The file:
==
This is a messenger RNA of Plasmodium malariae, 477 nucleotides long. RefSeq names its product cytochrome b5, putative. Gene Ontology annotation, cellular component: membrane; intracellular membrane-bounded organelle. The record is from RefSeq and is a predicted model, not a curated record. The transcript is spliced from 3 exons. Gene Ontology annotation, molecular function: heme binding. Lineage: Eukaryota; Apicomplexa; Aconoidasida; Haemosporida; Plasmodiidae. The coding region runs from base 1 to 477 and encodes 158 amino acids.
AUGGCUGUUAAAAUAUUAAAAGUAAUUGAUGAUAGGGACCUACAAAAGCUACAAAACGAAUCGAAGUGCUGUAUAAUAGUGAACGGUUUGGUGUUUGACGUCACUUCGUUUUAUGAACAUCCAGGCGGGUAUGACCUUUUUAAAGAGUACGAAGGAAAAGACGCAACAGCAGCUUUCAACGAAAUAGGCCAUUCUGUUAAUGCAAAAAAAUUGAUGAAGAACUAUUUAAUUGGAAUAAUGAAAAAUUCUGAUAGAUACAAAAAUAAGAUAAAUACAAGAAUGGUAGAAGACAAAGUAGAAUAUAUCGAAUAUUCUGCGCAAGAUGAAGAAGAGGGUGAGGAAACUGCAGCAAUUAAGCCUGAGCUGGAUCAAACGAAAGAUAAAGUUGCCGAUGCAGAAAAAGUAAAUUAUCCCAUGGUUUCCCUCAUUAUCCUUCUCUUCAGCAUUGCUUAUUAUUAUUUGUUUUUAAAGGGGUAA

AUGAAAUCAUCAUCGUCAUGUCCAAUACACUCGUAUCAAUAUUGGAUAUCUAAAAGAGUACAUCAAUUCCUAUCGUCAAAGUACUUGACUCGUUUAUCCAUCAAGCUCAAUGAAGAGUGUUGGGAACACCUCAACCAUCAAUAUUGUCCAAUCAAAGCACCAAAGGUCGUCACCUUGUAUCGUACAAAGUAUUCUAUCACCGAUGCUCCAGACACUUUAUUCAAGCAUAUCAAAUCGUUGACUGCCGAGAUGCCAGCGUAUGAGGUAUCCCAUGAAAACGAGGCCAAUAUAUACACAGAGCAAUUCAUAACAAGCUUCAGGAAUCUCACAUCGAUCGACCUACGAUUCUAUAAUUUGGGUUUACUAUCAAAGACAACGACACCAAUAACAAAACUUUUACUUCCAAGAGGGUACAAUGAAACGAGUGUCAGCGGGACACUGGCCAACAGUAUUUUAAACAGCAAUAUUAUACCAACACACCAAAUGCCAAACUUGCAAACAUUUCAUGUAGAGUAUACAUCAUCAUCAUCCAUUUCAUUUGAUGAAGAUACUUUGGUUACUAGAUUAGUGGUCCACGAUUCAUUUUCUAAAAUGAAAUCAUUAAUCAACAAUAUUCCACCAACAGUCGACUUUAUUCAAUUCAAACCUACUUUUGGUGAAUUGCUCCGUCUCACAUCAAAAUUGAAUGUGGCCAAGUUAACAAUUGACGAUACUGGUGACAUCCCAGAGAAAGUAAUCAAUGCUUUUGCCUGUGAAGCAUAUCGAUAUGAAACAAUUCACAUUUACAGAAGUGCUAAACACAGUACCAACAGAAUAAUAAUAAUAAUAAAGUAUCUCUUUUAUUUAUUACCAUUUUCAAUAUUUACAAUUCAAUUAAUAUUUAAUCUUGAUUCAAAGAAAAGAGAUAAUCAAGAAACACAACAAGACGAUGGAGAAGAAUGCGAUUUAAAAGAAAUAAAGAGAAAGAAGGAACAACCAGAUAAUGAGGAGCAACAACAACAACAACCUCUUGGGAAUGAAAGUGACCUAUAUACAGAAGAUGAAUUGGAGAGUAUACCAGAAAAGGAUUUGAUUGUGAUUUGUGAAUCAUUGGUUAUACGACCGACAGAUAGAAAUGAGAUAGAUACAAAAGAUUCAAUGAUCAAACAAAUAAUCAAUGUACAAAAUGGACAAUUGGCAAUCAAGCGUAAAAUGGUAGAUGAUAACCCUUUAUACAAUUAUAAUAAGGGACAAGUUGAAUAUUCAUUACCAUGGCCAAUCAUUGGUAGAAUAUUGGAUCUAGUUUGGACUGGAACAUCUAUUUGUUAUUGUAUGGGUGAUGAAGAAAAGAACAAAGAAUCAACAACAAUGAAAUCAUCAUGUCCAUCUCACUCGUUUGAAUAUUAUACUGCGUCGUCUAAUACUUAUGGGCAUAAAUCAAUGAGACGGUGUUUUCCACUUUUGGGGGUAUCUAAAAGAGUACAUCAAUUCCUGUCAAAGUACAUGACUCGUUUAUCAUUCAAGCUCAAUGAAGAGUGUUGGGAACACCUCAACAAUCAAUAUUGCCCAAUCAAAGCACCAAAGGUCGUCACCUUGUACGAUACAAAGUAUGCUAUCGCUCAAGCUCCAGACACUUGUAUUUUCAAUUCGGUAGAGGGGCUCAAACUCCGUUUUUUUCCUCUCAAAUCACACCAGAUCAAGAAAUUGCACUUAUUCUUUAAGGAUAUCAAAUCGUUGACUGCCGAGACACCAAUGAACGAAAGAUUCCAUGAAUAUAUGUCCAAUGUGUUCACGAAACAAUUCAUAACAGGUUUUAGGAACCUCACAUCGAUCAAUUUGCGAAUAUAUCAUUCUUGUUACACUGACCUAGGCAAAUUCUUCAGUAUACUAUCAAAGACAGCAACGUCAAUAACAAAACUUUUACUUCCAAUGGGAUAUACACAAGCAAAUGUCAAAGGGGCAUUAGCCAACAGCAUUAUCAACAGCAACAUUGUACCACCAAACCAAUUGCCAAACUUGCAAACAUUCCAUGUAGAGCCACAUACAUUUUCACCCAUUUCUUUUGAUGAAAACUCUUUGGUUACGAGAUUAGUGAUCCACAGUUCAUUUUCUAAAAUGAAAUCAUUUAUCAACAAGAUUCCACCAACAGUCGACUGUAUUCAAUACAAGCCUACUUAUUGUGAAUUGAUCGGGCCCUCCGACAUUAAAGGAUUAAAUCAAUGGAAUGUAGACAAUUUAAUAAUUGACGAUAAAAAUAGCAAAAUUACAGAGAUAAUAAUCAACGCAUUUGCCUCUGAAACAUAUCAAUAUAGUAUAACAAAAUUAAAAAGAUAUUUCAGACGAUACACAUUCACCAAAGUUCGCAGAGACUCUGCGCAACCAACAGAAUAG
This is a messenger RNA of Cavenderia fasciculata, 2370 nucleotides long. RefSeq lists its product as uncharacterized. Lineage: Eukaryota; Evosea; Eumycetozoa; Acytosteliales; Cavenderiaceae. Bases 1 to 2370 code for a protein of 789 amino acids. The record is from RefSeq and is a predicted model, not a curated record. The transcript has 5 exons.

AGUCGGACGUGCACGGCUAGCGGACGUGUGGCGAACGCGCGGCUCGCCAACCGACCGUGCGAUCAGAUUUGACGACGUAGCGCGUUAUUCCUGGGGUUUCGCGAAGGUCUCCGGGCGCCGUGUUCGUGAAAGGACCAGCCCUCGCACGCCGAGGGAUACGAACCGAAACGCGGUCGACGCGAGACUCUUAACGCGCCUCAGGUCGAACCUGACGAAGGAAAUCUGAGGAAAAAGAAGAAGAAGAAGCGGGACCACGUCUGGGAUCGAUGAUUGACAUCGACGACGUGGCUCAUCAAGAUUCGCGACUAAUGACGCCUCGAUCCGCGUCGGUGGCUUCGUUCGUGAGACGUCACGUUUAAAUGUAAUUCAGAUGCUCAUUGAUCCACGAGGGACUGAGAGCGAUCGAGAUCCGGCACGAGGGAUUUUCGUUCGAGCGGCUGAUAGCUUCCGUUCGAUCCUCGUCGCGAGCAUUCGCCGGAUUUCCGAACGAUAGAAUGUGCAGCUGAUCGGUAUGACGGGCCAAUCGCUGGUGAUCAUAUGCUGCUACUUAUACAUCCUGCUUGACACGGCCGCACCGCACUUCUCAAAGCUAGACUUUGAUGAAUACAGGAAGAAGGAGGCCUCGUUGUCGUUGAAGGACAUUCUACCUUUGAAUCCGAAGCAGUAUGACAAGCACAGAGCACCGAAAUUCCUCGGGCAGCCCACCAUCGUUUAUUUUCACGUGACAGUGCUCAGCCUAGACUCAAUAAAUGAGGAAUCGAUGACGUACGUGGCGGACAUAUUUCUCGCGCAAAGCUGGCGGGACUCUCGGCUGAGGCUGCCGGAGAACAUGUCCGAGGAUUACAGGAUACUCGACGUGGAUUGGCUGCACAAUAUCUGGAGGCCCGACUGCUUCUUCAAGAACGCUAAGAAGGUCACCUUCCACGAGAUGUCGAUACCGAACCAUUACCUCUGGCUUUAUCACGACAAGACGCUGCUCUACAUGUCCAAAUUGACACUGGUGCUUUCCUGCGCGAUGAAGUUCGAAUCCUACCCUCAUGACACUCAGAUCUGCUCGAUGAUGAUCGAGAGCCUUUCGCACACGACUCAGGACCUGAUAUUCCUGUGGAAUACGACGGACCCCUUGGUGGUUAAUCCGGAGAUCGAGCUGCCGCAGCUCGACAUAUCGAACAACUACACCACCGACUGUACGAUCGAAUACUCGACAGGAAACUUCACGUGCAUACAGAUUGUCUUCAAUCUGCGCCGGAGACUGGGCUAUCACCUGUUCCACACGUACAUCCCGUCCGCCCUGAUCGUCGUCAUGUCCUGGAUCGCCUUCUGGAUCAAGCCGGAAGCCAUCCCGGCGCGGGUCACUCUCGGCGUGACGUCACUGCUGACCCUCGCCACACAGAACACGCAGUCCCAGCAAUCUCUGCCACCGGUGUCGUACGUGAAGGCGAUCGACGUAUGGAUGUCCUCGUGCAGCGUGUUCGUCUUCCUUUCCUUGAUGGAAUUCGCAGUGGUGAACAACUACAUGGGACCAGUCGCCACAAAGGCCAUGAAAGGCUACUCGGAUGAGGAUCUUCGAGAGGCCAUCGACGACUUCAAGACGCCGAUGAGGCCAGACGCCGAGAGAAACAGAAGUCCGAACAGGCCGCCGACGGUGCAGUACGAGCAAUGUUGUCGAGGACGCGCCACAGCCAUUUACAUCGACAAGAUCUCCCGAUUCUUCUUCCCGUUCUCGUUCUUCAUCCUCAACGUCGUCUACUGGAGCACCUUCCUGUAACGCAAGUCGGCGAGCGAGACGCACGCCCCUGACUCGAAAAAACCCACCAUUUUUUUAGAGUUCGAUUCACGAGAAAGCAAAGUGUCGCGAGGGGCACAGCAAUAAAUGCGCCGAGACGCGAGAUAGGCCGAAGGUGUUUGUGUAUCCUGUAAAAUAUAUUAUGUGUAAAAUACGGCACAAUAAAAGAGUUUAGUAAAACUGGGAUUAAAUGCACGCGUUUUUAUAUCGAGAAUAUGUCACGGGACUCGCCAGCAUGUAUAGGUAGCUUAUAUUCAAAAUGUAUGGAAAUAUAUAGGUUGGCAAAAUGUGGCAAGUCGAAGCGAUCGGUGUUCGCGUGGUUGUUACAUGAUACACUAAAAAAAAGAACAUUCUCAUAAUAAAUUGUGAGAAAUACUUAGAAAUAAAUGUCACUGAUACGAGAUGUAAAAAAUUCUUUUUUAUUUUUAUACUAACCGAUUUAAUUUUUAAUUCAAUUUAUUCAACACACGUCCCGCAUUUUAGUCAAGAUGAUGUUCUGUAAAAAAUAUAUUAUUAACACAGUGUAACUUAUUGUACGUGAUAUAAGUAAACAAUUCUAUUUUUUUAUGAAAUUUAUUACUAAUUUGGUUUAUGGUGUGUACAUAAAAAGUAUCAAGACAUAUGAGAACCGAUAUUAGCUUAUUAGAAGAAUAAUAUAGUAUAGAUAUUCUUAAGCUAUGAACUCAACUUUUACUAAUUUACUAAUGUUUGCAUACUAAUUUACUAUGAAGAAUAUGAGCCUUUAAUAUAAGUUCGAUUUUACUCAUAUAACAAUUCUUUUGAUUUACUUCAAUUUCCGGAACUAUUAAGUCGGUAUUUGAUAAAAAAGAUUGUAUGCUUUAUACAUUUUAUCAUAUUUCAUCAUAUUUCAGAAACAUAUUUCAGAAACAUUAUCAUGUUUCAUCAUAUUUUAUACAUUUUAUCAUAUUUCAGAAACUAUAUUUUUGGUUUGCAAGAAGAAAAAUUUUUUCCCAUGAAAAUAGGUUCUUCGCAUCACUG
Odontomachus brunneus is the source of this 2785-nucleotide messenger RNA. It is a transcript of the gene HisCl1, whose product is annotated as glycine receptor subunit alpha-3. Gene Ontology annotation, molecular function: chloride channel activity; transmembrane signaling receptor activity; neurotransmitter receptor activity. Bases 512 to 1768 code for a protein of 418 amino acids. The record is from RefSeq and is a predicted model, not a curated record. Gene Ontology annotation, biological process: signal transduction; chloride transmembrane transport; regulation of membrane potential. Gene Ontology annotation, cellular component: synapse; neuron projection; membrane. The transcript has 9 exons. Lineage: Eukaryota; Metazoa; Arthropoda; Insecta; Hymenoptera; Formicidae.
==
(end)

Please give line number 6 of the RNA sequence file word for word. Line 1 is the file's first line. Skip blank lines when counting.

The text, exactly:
Odontomachus brunneus is the source of this 2785-nucleotide messenger RNA. It is a transcript of the gene HisCl1, whose product is annotated as glycine receptor subunit alpha-3. Gene Ontology annotation, molecular function: chloride channel activity; transmembrane signaling receptor activity; neurotransmitter receptor activity. Bases 512 to 1768 code for a protein of 418 amino acids. The record is from RefSeq and is a predicted model, not a curated record. Gene Ontology annotation, biological process: signal transduction; chloride transmembrane transport; regulation of membrane potential. Gene Ontology annotation, cellular component: synapse; neuron projection; membrane. The transcript has 9 exons. Lineage: Eukaryota; Metazoa; Arthropoda; Insecta; Hymenoptera; Formicidae.